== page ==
PFOA is used to make Teflon and other coatings. Scientists in New Jersey found the chemical in municipal drinking water in Gloucester and Salem counties, along with about a dozen others. The DuPont plant in South Jersey uses PFOA. Jane Nogaki, the vice chair of the New Jersey Environmental Federation says she was surprised by the prevalence of PFOA.
Nogaki: We expected that it might be found right around the plant, in the perimeter. But we were surprised that it would be found in wells several miles away in municipal wells.
Rutgers professor Keith Cooper, who was part of the study, says the levels he observed are concerning because the chemical can stick around in humans.
Cooper: Anytime you have a compound that can bio-accumulate and has a very long half life in the blood of humans has the potential to cause problems.
Cooper says drinking water concentrations should be lower than current federal guidelines. In a statement, DuPont says it will provide bottled water if communities exceed those federal guidelines. None have so far. Cooper says PFOA can accumulate in the blood to concentrations 100 times that of drinking water.The chemical is known to have negative health effects in animals, but researchers are still studying the effects on humans. DuPont is phasing out PFOA by 2015.
Journal: Environmental Science & Technology, May 8, 2009
Title: Occurrence and Potential Significance of Perfluorooctanoic Acid (PFOA) Detected in New Jersey Public Drinking Water Systems
Authors: Gloria B. Post, Judith B. Louis, Keith R. Cooper, Betty Jane Boros-Russo and R. Lee Lippincott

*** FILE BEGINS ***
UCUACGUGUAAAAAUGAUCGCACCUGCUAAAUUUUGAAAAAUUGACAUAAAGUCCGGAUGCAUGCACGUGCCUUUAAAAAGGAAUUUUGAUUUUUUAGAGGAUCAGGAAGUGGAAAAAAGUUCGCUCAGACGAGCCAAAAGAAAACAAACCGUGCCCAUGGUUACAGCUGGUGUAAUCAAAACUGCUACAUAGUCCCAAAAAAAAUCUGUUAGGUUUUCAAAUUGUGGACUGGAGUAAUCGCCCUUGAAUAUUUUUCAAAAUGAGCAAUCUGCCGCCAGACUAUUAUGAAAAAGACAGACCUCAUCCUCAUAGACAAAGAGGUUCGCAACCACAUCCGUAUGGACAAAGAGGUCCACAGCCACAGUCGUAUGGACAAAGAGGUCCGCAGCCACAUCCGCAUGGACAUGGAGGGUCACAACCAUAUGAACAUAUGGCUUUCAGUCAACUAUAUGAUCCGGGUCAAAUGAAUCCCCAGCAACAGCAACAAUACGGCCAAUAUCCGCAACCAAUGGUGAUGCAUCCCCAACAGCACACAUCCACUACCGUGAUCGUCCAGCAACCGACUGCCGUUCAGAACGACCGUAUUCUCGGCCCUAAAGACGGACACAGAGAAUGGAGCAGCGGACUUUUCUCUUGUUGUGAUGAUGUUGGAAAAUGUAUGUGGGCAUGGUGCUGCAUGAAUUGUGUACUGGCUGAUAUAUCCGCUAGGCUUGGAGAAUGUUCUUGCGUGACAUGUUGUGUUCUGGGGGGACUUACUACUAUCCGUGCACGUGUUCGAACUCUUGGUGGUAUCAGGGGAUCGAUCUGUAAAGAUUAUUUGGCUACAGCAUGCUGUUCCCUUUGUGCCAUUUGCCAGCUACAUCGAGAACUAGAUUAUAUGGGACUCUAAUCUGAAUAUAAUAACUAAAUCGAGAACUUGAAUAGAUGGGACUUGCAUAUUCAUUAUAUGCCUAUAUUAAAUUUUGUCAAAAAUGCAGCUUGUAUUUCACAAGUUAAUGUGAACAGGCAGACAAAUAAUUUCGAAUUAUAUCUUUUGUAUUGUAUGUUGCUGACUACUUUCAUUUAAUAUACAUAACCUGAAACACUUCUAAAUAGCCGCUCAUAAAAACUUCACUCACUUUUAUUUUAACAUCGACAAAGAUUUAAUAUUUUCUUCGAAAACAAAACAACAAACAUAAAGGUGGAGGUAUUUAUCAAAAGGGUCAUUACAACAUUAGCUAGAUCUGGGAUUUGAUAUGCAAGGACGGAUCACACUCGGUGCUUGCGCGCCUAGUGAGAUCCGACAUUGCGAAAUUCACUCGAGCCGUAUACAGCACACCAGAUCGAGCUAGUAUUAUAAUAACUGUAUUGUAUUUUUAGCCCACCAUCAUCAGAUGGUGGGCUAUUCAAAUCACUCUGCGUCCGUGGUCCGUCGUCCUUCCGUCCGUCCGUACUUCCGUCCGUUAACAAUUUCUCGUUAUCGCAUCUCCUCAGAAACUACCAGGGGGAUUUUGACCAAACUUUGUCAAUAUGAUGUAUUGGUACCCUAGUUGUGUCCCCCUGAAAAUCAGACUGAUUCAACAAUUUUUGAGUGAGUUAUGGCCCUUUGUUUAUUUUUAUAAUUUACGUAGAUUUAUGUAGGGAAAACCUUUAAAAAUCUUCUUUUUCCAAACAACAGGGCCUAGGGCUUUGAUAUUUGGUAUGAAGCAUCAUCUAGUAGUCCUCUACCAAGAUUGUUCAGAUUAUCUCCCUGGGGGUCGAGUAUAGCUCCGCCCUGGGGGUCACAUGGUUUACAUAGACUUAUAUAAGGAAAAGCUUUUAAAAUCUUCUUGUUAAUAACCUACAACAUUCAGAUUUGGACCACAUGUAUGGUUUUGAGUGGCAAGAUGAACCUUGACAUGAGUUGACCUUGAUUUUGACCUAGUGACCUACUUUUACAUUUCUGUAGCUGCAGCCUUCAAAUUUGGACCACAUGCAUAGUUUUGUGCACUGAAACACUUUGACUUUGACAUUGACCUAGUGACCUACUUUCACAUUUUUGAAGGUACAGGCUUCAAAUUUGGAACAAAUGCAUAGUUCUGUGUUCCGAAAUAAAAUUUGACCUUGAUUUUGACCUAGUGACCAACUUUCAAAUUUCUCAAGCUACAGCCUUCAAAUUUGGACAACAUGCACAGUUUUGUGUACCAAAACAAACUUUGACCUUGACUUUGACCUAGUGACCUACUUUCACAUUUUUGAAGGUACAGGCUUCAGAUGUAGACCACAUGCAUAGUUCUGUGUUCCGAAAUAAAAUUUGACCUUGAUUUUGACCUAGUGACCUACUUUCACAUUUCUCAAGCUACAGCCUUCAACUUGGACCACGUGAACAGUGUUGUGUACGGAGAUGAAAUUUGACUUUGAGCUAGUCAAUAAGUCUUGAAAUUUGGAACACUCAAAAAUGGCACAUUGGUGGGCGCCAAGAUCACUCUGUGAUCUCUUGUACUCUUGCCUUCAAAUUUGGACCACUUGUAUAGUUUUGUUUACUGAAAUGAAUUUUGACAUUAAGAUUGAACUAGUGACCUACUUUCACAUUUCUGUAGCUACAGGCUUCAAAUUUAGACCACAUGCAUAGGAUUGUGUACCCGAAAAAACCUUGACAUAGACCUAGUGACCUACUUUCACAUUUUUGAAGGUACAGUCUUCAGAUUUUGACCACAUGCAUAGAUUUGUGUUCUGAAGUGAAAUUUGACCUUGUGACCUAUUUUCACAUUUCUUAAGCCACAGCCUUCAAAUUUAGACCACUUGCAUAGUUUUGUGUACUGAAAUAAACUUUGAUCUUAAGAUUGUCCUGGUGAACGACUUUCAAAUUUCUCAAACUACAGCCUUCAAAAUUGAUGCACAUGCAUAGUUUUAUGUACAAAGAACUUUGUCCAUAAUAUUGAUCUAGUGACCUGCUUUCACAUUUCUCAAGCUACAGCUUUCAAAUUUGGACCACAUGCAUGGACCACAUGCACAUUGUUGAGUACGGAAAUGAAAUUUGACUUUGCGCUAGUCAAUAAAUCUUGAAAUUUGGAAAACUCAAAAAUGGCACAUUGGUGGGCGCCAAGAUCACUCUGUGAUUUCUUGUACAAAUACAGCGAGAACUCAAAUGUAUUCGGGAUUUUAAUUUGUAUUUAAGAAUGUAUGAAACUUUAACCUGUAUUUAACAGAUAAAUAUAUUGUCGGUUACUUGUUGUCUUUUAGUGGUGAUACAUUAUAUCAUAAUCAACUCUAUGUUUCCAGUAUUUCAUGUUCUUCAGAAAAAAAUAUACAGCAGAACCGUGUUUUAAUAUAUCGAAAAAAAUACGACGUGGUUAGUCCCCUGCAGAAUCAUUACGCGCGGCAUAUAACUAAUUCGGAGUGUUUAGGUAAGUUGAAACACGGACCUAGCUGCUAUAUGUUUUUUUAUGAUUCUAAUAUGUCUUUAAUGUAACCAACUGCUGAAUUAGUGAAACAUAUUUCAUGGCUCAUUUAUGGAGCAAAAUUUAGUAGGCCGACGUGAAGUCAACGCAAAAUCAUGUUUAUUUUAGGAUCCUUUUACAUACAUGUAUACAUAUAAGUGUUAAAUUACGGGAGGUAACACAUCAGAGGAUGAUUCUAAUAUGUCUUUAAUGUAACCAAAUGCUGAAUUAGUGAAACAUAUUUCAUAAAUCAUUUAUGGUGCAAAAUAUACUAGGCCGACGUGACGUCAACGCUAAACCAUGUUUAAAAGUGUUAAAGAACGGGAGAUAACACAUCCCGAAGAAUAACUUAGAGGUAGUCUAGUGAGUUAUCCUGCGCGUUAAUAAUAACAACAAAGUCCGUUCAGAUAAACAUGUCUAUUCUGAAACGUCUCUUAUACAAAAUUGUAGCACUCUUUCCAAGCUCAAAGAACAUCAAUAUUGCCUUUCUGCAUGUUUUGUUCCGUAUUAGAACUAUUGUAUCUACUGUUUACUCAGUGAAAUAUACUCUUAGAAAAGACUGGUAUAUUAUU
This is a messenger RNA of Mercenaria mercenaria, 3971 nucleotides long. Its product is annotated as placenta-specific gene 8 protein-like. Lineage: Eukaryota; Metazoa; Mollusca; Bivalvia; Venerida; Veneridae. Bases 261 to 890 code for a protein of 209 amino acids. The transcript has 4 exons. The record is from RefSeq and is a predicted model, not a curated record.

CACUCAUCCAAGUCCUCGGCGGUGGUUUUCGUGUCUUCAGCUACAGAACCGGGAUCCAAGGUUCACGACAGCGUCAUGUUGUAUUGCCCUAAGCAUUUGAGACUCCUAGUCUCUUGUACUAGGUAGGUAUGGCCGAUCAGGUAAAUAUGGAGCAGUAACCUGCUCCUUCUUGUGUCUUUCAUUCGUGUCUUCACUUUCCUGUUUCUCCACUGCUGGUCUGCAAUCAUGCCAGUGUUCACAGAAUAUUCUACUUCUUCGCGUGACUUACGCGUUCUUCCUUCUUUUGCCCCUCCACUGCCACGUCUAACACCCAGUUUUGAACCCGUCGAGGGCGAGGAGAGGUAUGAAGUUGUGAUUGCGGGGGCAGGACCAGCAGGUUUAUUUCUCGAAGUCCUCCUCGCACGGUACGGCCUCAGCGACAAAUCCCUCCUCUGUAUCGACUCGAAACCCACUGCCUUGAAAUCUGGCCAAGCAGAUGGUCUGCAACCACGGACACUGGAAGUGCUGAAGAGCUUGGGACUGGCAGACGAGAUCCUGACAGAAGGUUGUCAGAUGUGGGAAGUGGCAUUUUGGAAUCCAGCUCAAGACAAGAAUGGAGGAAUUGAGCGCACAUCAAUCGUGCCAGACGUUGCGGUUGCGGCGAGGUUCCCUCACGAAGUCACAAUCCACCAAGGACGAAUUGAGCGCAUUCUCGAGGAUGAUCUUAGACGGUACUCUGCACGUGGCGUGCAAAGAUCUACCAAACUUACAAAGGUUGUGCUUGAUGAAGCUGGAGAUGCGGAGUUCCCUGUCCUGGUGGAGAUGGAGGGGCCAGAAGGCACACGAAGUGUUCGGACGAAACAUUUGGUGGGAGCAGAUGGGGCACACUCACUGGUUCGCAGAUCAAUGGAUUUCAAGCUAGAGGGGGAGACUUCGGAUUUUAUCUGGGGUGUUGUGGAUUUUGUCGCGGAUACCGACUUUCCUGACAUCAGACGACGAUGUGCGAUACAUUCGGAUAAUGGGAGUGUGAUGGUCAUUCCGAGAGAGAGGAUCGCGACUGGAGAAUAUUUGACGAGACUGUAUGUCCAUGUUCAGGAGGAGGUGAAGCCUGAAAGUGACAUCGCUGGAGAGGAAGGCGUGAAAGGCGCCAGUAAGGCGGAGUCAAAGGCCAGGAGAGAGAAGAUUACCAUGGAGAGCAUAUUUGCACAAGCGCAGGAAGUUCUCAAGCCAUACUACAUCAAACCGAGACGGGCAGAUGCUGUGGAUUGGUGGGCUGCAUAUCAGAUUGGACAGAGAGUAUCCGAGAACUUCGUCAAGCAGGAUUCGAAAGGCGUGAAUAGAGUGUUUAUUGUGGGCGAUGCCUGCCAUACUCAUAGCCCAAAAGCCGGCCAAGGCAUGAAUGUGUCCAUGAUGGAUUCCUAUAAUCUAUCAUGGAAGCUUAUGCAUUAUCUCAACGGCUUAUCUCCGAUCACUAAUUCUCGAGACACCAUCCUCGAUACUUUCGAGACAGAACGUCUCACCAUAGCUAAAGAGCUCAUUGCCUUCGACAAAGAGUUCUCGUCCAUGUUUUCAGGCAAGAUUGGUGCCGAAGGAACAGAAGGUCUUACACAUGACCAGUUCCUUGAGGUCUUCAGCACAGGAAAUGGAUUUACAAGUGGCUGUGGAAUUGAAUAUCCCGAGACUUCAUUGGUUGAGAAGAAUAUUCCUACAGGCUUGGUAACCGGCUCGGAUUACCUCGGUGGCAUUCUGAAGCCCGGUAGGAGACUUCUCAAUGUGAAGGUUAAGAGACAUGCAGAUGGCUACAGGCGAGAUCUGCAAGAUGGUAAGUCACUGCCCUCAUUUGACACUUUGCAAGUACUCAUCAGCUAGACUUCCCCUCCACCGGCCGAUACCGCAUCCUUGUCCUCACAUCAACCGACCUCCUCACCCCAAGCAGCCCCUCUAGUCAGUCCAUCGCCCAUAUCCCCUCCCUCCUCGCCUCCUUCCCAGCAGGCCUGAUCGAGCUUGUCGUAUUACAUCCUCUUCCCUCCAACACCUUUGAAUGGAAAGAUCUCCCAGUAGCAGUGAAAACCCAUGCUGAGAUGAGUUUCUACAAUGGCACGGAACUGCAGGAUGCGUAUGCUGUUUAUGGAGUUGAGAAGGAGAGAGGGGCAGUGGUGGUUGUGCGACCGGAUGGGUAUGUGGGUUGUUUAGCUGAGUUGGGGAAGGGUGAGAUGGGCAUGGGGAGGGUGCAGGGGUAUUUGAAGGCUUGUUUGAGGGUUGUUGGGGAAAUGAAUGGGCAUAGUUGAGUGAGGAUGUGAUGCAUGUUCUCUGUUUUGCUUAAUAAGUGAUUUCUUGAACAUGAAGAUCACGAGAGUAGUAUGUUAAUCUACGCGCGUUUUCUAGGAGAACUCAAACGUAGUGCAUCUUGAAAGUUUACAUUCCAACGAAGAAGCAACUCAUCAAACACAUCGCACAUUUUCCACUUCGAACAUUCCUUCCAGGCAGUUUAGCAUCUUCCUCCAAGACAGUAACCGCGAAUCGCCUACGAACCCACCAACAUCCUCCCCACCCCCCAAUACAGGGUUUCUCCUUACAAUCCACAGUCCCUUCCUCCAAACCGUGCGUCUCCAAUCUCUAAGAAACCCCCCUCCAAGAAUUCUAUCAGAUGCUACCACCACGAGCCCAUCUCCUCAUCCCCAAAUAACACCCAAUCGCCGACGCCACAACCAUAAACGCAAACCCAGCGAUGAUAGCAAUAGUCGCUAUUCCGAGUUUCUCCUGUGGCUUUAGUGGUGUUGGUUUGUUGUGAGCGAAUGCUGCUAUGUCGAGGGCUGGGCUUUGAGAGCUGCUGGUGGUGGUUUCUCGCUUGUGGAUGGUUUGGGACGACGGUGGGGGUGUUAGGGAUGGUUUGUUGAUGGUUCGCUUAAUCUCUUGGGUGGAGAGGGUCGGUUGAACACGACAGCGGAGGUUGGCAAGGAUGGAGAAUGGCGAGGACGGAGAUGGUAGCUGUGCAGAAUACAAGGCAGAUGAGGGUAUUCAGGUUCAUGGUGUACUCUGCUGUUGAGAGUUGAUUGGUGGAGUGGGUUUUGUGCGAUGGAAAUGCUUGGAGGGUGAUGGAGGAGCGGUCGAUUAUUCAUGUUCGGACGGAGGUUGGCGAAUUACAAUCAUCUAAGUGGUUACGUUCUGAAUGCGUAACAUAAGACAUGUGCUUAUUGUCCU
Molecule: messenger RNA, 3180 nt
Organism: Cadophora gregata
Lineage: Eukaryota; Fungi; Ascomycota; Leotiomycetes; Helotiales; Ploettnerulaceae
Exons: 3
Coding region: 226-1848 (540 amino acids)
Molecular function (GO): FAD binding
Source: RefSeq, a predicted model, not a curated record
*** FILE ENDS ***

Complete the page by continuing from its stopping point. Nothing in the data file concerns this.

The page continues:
Affiliation: Division of Science, Research and Technology, New Jersey Department of Environmental Protection, P.O. Box 409, Trenton, New Jersey 08625, Department of Biochemistry and Microbiology, Rutgers University, 76 Lipman Drive, Room 218, New Brunswick, New Jersey 08901, and Bureau of Safe Drinking Water, New Jersey Department of Environmental Protection, P.O. Box 426, Trenton, New Jersey 08625
Abstract: After detection of perfluorooctanoic acid (PFOA) in two New Jersey (NJ) public water systems (PWS) at concentrations up to 0.19 ?g/L, a study of PFOA in 23 other NJ PWS was conducted in 2006. PFOA was detected in 15 (65%) of the systems at concentrations ranging from 0.005 to 0.039 ?g/L. To assess the significance of these data, the contribution of drinking water to human exposure to PFOA was evaluated, and a health-based drinking water concentration protective for lifetime exposure of 0.04 ?g/L was developed through a risk assessment approach. Both the exposure assessment and the health-based drinking water concentrations are based on the previously reported 100:1 ratio between the concentration of PFOA in serum and drinking water in a community with highly contaminated drinking water. The applicability of this ratio to lower drinking water concentrations was confirmed using data on serum levels and water concentrations from other communities. The health-based concentration is based on toxicological end points identified by U.S. Environmental Protection Agency (USEPA) in its 2005 draft risk assessment. Recent information on PFOA’s toxicity not considered in the USEPA risk assessment further supports the health-based concentration of 0.04 ?g/L. In additional sampling of 18 PWS in 2007?2008, PFOA in most systems was below the health-based concentration. However, PFOA was detected above the health-based concentration in five systems, including one not previously sampled.